Schools’ failure to meet legal requirements on RE continues to impact A-level entries
The growing number of secondary schools in England and Wales that are failing to provide Religious Education to all pupils until the age of 16 is continuing to impact Religious Studies A-level entries.
While the reduction in number of students taking an RS A-level examination in Religious Studies in England and Wales slowed this year, the number of entries has declined significantly since its peak in 2016. Figures show a drop of 5.1% in 2019 and 22.8% in 2018.
The decline comes in the context of a smaller cohort of 18-year-olds this year and an overall reduced number of A-level entries across all subjects. Nonetheless, the number of schools failing to provide Religious Education at Key Stage 4 has been increasing. The latest data from the Department for Education’s School Workforce Census suggest that a third (33.4%) of all schools are failing in their legal duty to offer the subject, which in turn has consequences for A-level entries.*
The figures are an indication that Religious Education remains vulnerable and that the Government should engage further with the recent recommendations for change from the Commission on Religious Education.
The key outcomes of the 2019 A-level results in England and Wales for Religious Education are as follows:
- 17,490 RS A-level entries were recorded, a small decrease of 5.1% on 2018. Much of this decrease is explained by a decrease in the number of 18-year-olds in England, Wales, and Northern Ireland of 2.9%.
- Despite the decrease in entries for RS, there are still 57% more entries than in 2003 (11,132 entries were recorded in 2003).
- The 5.1% decrease in entries for RS is considerably smaller than equivalent figures for many other subjects such as English Language (down 21.8%), English Literature (down 7.8%), Further Maths (down 10.0%), and Drama (down 9.4%).
- The increase of 57% in the number of entries for RS A-level since 2003 is greater than equivalent changes over the same period for such as Geography (down 1%), Law (down 6%), and History (up 23%). Among arts, humanity or social science subjects, only Sociology (up 58%), Economics (up 77%) and Political Studies (up 114%) have seen stronger growth since 2003.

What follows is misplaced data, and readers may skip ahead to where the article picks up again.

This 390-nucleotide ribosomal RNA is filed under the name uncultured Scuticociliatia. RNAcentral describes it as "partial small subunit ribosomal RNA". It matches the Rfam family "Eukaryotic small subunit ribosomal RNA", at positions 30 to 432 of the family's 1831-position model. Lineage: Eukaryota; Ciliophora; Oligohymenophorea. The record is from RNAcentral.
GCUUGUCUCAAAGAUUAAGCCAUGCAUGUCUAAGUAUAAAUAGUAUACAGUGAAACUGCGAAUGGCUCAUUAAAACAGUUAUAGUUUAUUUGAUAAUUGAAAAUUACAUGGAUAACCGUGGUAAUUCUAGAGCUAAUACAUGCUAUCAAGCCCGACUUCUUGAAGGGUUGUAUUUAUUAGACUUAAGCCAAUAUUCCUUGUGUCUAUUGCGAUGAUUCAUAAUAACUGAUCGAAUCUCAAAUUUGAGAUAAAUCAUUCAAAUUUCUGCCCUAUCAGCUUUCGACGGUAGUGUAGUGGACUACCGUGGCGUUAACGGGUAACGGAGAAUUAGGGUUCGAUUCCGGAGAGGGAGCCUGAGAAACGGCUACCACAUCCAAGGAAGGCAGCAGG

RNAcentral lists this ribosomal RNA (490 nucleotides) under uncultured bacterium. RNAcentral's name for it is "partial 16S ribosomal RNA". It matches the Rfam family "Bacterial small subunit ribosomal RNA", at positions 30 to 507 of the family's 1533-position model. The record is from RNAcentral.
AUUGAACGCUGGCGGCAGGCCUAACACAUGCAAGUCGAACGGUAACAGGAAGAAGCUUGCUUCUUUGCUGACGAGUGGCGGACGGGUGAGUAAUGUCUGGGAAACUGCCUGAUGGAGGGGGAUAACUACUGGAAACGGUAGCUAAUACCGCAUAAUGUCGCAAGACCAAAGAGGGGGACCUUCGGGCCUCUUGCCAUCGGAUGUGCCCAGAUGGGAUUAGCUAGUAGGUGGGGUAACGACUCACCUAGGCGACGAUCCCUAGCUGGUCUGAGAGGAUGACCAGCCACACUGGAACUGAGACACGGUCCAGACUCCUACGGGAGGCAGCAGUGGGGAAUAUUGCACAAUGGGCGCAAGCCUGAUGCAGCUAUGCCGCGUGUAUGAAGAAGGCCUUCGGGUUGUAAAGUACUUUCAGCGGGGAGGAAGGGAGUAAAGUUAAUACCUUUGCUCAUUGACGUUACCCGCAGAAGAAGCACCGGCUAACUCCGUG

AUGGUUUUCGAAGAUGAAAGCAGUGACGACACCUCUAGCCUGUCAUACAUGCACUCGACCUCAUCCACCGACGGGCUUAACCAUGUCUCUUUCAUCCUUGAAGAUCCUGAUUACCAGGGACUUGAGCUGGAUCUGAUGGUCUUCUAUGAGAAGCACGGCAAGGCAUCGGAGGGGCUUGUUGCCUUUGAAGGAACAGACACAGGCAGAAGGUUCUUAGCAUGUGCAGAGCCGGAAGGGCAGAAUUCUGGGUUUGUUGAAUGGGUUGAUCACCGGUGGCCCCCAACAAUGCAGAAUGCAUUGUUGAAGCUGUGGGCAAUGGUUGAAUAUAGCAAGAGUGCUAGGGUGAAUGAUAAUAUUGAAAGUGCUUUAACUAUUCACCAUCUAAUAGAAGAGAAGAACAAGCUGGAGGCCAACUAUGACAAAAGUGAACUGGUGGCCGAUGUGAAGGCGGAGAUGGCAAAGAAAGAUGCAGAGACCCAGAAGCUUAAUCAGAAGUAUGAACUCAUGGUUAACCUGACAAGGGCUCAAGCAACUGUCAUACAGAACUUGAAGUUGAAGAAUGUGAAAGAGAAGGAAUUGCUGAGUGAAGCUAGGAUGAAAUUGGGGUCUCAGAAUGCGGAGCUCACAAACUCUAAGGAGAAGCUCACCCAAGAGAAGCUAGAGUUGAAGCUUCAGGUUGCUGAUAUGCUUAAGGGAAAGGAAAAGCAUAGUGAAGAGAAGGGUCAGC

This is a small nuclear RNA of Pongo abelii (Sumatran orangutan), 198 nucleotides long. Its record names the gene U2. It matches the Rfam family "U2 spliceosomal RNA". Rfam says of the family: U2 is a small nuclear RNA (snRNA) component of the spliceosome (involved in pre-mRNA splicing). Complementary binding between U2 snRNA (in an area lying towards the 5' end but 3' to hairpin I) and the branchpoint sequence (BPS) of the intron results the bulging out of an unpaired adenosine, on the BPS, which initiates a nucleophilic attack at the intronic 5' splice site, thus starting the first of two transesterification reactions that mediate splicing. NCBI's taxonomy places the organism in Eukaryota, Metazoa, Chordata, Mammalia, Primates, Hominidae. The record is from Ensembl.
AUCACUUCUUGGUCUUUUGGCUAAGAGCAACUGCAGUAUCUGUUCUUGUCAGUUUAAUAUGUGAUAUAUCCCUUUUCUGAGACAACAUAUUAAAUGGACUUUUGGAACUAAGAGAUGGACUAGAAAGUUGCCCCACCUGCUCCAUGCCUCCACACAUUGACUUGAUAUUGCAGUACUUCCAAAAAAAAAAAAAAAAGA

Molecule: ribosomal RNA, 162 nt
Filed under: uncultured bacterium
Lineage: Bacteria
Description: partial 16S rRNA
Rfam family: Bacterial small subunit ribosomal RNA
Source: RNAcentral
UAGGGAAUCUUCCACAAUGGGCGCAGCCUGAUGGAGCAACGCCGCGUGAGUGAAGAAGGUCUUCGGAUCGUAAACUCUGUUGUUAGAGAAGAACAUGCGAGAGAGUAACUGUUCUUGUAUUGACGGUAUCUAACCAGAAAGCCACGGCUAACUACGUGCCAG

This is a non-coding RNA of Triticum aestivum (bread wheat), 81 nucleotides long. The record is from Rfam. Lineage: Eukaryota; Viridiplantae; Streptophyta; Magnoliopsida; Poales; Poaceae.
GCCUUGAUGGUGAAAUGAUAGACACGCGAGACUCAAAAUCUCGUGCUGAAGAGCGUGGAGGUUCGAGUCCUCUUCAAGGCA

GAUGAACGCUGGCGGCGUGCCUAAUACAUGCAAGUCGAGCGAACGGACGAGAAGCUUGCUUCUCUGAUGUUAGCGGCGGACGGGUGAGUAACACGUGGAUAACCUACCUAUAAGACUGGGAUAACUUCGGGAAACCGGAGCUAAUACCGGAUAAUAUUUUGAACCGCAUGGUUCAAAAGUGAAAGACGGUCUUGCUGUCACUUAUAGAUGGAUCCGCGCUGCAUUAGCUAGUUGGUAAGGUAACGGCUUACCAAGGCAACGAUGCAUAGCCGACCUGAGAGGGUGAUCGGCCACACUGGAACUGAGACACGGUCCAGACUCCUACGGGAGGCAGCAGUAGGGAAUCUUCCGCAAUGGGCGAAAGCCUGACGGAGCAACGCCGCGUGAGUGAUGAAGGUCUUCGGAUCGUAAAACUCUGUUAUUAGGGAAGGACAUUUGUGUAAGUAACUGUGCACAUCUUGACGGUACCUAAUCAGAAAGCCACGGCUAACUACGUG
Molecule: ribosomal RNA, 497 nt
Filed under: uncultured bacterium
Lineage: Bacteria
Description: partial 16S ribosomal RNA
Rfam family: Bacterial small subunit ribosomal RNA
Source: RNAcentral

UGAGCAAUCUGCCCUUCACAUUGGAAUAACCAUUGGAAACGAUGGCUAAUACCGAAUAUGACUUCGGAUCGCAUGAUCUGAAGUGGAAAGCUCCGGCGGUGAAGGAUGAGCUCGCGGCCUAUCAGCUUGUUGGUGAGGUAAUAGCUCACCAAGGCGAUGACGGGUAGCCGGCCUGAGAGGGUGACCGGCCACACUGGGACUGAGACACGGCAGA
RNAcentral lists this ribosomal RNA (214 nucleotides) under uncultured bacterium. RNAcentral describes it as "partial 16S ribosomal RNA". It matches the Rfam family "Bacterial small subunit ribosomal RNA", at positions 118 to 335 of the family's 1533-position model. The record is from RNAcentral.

- Entries for RS A-level have declined since a peak of 24,849 in 2016, although this year’s decline in entries of 5.1% is considerably less than the equivalent figure of 22.8% last year.
- 21.5% of entries for RS A-level were awarded an A or an A*.
- There were 3,911 entries for RS at AS-level, a decrease of 35% on 2018, this reflects the decline across all subjects where the number of AS entries fell by 49% across England and Wales.
The decline in entries for RS A-level adds further evidence to the case for action to secure the future of Religious Education as a subject for all pupils in all schools. The Commission on Religious Education published its final report in 2018 making recommendations for changes that have so far only been partially taken up by the Government.
The decline in entries comes after warnings in recent years of insufficient action to support the subject. In 2017 the RE Council of England and Wales (REC) and the National Association of Teachers of RE (NATRE) published analysis based on data from the Department for Education showing that 28% of secondary schools in England report that they are not meeting their statutory obligation to teach religious education (RE).
The reduction in entries is surprising given that Religious Studies at A-level continues to be a favourable gateway to university and jobs. The importance of RS A-level as a subject for Higher Education entry and for graduate recruiters is increasingly recognised by independent bodies. The Russell Group of top universities has made it clear that RS A-level provides ‘suitable preparation for entry to university generally’, and both Oxford and Cambridge University include Religious Studies in the top level list of ‘generally suitable Arts A-levels’.
In fact, almost 21% of students admitted to Oxford University to study English and 13.5% admitted to study History in 2015 had an RS A-level, more than those with Economics, Physics and Business Studies A-levels.1